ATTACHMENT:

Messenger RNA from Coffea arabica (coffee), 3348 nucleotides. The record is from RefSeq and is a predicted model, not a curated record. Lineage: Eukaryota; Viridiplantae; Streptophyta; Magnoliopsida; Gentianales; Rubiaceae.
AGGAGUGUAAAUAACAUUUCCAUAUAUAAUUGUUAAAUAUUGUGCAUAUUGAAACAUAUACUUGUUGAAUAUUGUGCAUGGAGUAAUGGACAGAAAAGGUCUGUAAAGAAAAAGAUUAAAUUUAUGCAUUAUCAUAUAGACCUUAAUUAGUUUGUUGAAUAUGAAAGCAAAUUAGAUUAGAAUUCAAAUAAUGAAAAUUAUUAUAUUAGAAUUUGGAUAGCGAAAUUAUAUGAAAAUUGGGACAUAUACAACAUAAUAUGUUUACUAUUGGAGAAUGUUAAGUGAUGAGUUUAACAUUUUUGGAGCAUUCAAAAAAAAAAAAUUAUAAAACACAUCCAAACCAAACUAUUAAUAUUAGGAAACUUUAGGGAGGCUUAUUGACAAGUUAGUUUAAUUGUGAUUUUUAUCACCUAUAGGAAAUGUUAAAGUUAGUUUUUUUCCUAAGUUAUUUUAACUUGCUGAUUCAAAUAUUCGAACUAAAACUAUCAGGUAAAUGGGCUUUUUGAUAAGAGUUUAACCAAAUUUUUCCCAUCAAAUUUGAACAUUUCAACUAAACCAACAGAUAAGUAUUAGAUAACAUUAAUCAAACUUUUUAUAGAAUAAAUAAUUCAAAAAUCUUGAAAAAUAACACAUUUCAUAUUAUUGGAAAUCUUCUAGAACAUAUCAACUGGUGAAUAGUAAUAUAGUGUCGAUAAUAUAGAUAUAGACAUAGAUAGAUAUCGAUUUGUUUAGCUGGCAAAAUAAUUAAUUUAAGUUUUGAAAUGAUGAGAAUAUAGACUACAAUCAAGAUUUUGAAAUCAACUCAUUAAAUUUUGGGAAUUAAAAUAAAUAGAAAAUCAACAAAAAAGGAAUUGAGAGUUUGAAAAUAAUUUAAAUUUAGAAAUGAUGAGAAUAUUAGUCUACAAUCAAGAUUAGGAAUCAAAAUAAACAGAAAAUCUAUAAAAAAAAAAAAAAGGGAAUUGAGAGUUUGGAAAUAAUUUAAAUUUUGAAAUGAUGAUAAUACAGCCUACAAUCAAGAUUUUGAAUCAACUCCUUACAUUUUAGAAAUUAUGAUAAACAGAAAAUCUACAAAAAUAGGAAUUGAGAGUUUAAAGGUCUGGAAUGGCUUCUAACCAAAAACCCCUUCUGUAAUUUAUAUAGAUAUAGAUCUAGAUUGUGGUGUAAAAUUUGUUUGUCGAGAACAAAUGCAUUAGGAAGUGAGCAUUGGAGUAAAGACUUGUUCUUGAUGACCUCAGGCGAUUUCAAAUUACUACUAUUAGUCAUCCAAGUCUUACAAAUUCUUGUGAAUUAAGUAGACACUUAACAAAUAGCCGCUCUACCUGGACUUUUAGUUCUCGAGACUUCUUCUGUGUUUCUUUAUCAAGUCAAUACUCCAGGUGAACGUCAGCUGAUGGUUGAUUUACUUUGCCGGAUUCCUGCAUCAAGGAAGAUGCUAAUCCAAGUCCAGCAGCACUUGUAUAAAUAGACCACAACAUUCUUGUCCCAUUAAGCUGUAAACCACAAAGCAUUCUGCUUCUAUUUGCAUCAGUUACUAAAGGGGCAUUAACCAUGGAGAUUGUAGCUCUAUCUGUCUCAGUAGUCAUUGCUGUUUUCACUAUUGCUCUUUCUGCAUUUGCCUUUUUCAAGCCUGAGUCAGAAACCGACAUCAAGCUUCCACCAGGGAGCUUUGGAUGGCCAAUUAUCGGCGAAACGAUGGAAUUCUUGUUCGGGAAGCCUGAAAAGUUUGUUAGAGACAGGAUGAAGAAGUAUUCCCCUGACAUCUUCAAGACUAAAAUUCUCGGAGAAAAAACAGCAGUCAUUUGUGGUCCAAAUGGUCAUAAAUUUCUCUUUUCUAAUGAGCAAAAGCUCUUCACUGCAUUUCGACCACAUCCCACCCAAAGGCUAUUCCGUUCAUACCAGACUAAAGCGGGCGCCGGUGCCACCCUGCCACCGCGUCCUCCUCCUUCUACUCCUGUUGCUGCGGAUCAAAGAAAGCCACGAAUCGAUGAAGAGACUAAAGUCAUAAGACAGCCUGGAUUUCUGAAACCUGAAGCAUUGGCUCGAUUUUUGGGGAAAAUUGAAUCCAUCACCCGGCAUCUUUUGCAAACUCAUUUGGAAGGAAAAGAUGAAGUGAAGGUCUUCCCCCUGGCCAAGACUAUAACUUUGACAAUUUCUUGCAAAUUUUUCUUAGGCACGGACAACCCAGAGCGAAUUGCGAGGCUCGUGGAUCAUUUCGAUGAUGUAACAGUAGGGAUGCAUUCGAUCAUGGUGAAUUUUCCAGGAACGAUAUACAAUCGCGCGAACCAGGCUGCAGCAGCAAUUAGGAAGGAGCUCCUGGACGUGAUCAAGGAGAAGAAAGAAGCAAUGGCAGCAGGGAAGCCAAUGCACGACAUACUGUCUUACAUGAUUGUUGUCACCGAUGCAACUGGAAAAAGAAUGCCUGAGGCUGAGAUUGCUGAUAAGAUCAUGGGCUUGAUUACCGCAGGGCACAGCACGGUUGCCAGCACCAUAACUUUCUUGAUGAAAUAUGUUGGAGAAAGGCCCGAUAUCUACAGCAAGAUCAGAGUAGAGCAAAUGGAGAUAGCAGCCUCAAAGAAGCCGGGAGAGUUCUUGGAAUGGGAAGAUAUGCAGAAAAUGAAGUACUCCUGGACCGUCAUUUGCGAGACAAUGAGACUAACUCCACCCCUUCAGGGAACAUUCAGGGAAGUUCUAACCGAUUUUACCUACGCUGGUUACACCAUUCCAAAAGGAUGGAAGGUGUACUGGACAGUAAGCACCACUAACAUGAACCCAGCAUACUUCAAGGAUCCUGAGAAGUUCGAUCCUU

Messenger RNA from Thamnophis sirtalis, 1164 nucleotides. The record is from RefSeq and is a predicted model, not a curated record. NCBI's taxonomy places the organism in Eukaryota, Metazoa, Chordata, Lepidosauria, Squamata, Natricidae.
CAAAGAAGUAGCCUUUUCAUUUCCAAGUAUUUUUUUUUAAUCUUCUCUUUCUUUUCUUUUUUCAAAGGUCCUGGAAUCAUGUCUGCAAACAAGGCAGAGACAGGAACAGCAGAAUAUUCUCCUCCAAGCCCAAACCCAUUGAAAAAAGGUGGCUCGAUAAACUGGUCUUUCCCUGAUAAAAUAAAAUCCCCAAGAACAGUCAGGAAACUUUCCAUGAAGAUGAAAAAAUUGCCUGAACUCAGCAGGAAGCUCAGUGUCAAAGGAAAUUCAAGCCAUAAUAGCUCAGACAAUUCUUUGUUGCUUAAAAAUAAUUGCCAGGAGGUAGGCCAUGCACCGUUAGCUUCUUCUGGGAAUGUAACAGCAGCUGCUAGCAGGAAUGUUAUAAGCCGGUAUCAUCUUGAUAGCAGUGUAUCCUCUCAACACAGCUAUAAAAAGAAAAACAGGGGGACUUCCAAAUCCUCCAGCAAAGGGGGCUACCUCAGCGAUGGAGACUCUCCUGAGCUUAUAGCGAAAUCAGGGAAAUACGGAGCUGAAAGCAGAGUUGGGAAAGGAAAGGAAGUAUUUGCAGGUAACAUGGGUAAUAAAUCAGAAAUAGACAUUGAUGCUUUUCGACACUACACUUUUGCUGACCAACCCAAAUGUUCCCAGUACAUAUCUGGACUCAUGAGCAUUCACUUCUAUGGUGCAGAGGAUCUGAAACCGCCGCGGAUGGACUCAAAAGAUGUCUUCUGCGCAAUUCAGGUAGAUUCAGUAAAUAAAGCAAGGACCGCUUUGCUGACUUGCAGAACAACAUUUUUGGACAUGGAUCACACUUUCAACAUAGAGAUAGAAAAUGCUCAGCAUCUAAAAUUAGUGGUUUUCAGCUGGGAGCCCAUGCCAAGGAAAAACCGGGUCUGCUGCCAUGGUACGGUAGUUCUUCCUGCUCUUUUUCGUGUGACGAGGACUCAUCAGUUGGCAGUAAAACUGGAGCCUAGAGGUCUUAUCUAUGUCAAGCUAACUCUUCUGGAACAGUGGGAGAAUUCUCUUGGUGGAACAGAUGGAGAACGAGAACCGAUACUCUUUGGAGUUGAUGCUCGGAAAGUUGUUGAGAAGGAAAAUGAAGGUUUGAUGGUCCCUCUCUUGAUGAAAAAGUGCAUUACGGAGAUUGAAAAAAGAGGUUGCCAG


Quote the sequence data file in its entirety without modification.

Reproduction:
Messenger RNA from Coffea arabica (coffee), 3348 nucleotides. The record is from RefSeq and is a predicted model, not a curated record. Lineage: Eukaryota; Viridiplantae; Streptophyta; Magnoliopsida; Gentianales; Rubiaceae.
AGGAGUGUAAAUAACAUUUCCAUAUAUAAUUGUUAAAUAUUGUGCAUAUUGAAACAUAUACUUGUUGAAUAUUGUGCAUGGAGUAAUGGACAGAAAAGGUCUGUAAAGAAAAAGAUUAAAUUUAUGCAUUAUCAUAUAGACCUUAAUUAGUUUGUUGAAUAUGAAAGCAAAUUAGAUUAGAAUUCAAAUAAUGAAAAUUAUUAUAUUAGAAUUUGGAUAGCGAAAUUAUAUGAAAAUUGGGACAUAUACAACAUAAUAUGUUUACUAUUGGAGAAUGUUAAGUGAUGAGUUUAACAUUUUUGGAGCAUUCAAAAAAAAAAAAUUAUAAAACACAUCCAAACCAAACUAUUAAUAUUAGGAAACUUUAGGGAGGCUUAUUGACAAGUUAGUUUAAUUGUGAUUUUUAUCACCUAUAGGAAAUGUUAAAGUUAGUUUUUUUCCUAAGUUAUUUUAACUUGCUGAUUCAAAUAUUCGAACUAAAACUAUCAGGUAAAUGGGCUUUUUGAUAAGAGUUUAACCAAAUUUUUCCCAUCAAAUUUGAACAUUUCAACUAAACCAACAGAUAAGUAUUAGAUAACAUUAAUCAAACUUUUUAUAGAAUAAAUAAUUCAAAAAUCUUGAAAAAUAACACAUUUCAUAUUAUUGGAAAUCUUCUAGAACAUAUCAACUGGUGAAUAGUAAUAUAGUGUCGAUAAUAUAGAUAUAGACAUAGAUAGAUAUCGAUUUGUUUAGCUGGCAAAAUAAUUAAUUUAAGUUUUGAAAUGAUGAGAAUAUAGACUACAAUCAAGAUUUUGAAAUCAACUCAUUAAAUUUUGGGAAUUAAAAUAAAUAGAAAAUCAACAAAAAAGGAAUUGAGAGUUUGAAAAUAAUUUAAAUUUAGAAAUGAUGAGAAUAUUAGUCUACAAUCAAGAUUAGGAAUCAAAAUAAACAGAAAAUCUAUAAAAAAAAAAAAAAGGGAAUUGAGAGUUUGGAAAUAAUUUAAAUUUUGAAAUGAUGAUAAUACAGCCUACAAUCAAGAUUUUGAAUCAACUCCUUACAUUUUAGAAAUUAUGAUAAACAGAAAAUCUACAAAAAUAGGAAUUGAGAGUUUAAAGGUCUGGAAUGGCUUCUAACCAAAAACCCCUUCUGUAAUUUAUAUAGAUAUAGAUCUAGAUUGUGGUGUAAAAUUUGUUUGUCGAGAACAAAUGCAUUAGGAAGUGAGCAUUGGAGUAAAGACUUGUUCUUGAUGACCUCAGGCGAUUUCAAAUUACUACUAUUAGUCAUCCAAGUCUUACAAAUUCUUGUGAAUUAAGUAGACACUUAACAAAUAGCCGCUCUACCUGGACUUUUAGUUCUCGAGACUUCUUCUGUGUUUCUUUAUCAAGUCAAUACUCCAGGUGAACGUCAGCUGAUGGUUGAUUUACUUUGCCGGAUUCCUGCAUCAAGGAAGAUGCUAAUCCAAGUCCAGCAGCACUUGUAUAAAUAGACCACAACAUUCUUGUCCCAUUAAGCUGUAAACCACAAAGCAUUCUGCUUCUAUUUGCAUCAGUUACUAAAGGGGCAUUAACCAUGGAGAUUGUAGCUCUAUCUGUCUCAGUAGUCAUUGCUGUUUUCACUAUUGCUCUUUCUGCAUUUGCCUUUUUCAAGCCUGAGUCAGAAACCGACAUCAAGCUUCCACCAGGGAGCUUUGGAUGGCCAAUUAUCGGCGAAACGAUGGAAUUCUUGUUCGGGAAGCCUGAAAAGUUUGUUAGAGACAGGAUGAAGAAGUAUUCCCCUGACAUCUUCAAGACUAAAAUUCUCGGAGAAAAAACAGCAGUCAUUUGUGGUCCAAAUGGUCAUAAAUUUCUCUUUUCUAAUGAGCAAAAGCUCUUCACUGCAUUUCGACCACAUCCCACCCAAAGGCUAUUCCGUUCAUACCAGACUAAAGCGGGCGCCGGUGCCACCCUGCCACCGCGUCCUCCUCCUUCUACUCCUGUUGCUGCGGAUCAAAGAAAGCCACGAAUCGAUGAAGAGACUAAAGUCAUAAGACAGCCUGGAUUUCUGAAACCUGAAGCAUUGGCUCGAUUUUUGGGGAAAAUUGAAUCCAUCACCCGGCAUCUUUUGCAAACUCAUUUGGAAGGAAAAGAUGAAGUGAAGGUCUUCCCCCUGGCCAAGACUAUAACUUUGACAAUUUCUUGCAAAUUUUUCUUAGGCACGGACAACCCAGAGCGAAUUGCGAGGCUCGUGGAUCAUUUCGAUGAUGUAACAGUAGGGAUGCAUUCGAUCAUGGUGAAUUUUCCAGGAACGAUAUACAAUCGCGCGAACCAGGCUGCAGCAGCAAUUAGGAAGGAGCUCCUGGACGUGAUCAAGGAGAAGAAAGAAGCAAUGGCAGCAGGGAAGCCAAUGCACGACAUACUGUCUUACAUGAUUGUUGUCACCGAUGCAACUGGAAAAAGAAUGCCUGAGGCUGAGAUUGCUGAUAAGAUCAUGGGCUUGAUUACCGCAGGGCACAGCACGGUUGCCAGCACCAUAACUUUCUUGAUGAAAUAUGUUGGAGAAAGGCCCGAUAUCUACAGCAAGAUCAGAGUAGAGCAAAUGGAGAUAGCAGCCUCAAAGAAGCCGGGAGAGUUCUUGGAAUGGGAAGAUAUGCAGAAAAUGAAGUACUCCUGGACCGUCAUUUGCGAGACAAUGAGACUAACUCCACCCCUUCAGGGAACAUUCAGGGAAGUUCUAACCGAUUUUACCUACGCUGGUUACACCAUUCCAAAAGGAUGGAAGGUGUACUGGACAGUAAGCACCACUAACAUGAACCCAGCAUACUUCAAGGAUCCUGAGAAGUUCGAUCCUU

Messenger RNA from Thamnophis sirtalis, 1164 nucleotides. The record is from RefSeq and is a predicted model, not a curated record. NCBI's taxonomy places the organism in Eukaryota, Metazoa, Chordata, Lepidosauria, Squamata, Natricidae.
CAAAGAAGUAGCCUUUUCAUUUCCAAGUAUUUUUUUUUAAUCUUCUCUUUCUUUUCUUUUUUCAAAGGUCCUGGAAUCAUGUCUGCAAACAAGGCAGAGACAGGAACAGCAGAAUAUUCUCCUCCAAGCCCAAACCCAUUGAAAAAAGGUGGCUCGAUAAACUGGUCUUUCCCUGAUAAAAUAAAAUCCCCAAGAACAGUCAGGAAACUUUCCAUGAAGAUGAAAAAAUUGCCUGAACUCAGCAGGAAGCUCAGUGUCAAAGGAAAUUCAAGCCAUAAUAGCUCAGACAAUUCUUUGUUGCUUAAAAAUAAUUGCCAGGAGGUAGGCCAUGCACCGUUAGCUUCUUCUGGGAAUGUAACAGCAGCUGCUAGCAGGAAUGUUAUAAGCCGGUAUCAUCUUGAUAGCAGUGUAUCCUCUCAACACAGCUAUAAAAAGAAAAACAGGGGGACUUCCAAAUCCUCCAGCAAAGGGGGCUACCUCAGCGAUGGAGACUCUCCUGAGCUUAUAGCGAAAUCAGGGAAAUACGGAGCUGAAAGCAGAGUUGGGAAAGGAAAGGAAGUAUUUGCAGGUAACAUGGGUAAUAAAUCAGAAAUAGACAUUGAUGCUUUUCGACACUACACUUUUGCUGACCAACCCAAAUGUUCCCAGUACAUAUCUGGACUCAUGAGCAUUCACUUCUAUGGUGCAGAGGAUCUGAAACCGCCGCGGAUGGACUCAAAAGAUGUCUUCUGCGCAAUUCAGGUAGAUUCAGUAAAUAAAGCAAGGACCGCUUUGCUGACUUGCAGAACAACAUUUUUGGACAUGGAUCACACUUUCAACAUAGAGAUAGAAAAUGCUCAGCAUCUAAAAUUAGUGGUUUUCAGCUGGGAGCCCAUGCCAAGGAAAAACCGGGUCUGCUGCCAUGGUACGGUAGUUCUUCCUGCUCUUUUUCGUGUGACGAGGACUCAUCAGUUGGCAGUAAAACUGGAGCCUAGAGGUCUUAUCUAUGUCAAGCUAACUCUUCUGGAACAGUGGGAGAAUUCUCUUGGUGGAACAGAUGGAGAACGAGAACCGAUACUCUUUGGAGUUGAUGCUCGGAAAGUUGUUGAGAAGGAAAAUGAAGGUUUGAUGGUCCCUCUCUUGAUGAAAAAGUGCAUUACGGAGAUUGAAAAAAGAGGUUGCCAG